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Are Death Records Public Record?

Probate and Estate Attorney

Public records are any information or documents that are made by a government agency or officer and are required by law to be kept and maintained. They are also any records that are filed with a government agency or office. Most public records are available to anyone that requests them but some have eligibility requirements or are confidential. There are many types of public records that are available for free at the federal, state, county and city level. Some examples of free public records are census data, property information, tax liens and judgments, criminal records, bankruptcies and court records. Even though these types of records are free they can often be difficult to find as they are typically available at a local government agency. There are many private companies and websites that aggregate public records from a wide variety of sources and charge a fee to provide access to all of them from one search.
It would appear that, from beginning to end, all of the biggest events in your life are also part of public records. New births are always reported by the hospitals or professionals who deliver the child, while coroners’ offices assign death certificates. These records assist with census data and other commonly used statistics. Additionally, birth and death records help states avoid having unidentified residents in their records or on their social programs. Marriage licenses are also kept as a matter of public record.

These types of documents can be extremely helpful when researching your family tree and history, as tracking down past family members and their spouses would be a real challenge without them. Birth, death, marriage and divorce records are typically managed and made available at the local county clerk’s office where the event took place. States will also often have a department of health that can provide access to older vital records. In addition to physical locations, many states are putting or have put their databases online for ease of access.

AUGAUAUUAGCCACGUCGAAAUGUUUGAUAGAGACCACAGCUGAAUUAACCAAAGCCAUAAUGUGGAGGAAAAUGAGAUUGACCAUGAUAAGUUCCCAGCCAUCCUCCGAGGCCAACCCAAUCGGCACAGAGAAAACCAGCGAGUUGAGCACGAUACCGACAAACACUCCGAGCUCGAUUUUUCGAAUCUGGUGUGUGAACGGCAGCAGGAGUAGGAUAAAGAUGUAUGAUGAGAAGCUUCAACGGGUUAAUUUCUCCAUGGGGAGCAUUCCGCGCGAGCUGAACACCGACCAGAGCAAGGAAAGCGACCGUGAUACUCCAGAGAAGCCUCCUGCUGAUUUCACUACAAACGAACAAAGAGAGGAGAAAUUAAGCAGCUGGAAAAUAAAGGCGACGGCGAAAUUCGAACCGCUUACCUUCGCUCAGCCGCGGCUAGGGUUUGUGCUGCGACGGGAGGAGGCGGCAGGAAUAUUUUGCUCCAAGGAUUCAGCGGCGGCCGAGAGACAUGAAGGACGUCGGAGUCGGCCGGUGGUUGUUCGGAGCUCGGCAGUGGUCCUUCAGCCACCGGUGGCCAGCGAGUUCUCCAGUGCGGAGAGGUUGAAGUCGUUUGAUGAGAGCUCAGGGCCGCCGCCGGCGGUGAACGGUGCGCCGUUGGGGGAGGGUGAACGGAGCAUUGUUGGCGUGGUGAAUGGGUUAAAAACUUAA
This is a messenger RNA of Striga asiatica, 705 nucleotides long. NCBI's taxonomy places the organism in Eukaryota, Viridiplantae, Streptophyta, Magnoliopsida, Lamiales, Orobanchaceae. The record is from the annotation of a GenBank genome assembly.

Death records are included with birth records under the category of “vital records.” These records are created by local authorities throughout the States and may also be created overseas by the military. There are many reasons why you may need a death record. For example, you may be an executor of an estate. You may be a surviving spouse who needs a death record to gain access to your spouse’s real estate assets. Regardless of the reason, there are many ways to gain access to a death record. Vital records have been kept by most states since the early 1900s. However, some states have had death records as early as the 1600s. It is now required by federal law for all states to keep death records, but what must be included in a death record can vary. In the 21st century, certain forms of death records have become much more accessible than others.

Types Of Death Records

There are two types of death records: official death certificates and death indexes. The official death certificate is issued at the time of one’s death and includes vital information about the deceased. This includes the: Full name, Cause of death and Time of death.

The information included in these records can be more sensitive, so they are sometimes restricted by the state. The restriction expires within 50 to 100 years, depending on the state. To obtain an official death certificate, begin by contacting the state in which the individual resided. The state may refer you to a local agency or may have possession of the certificate.
Death indexes are more readily accessible. They provide basic information about the deceased and do not include sensitive information. While there are often costs associated with obtaining death certificates, death indexes can usually be downloaded for free.

Obtaining Death Records Online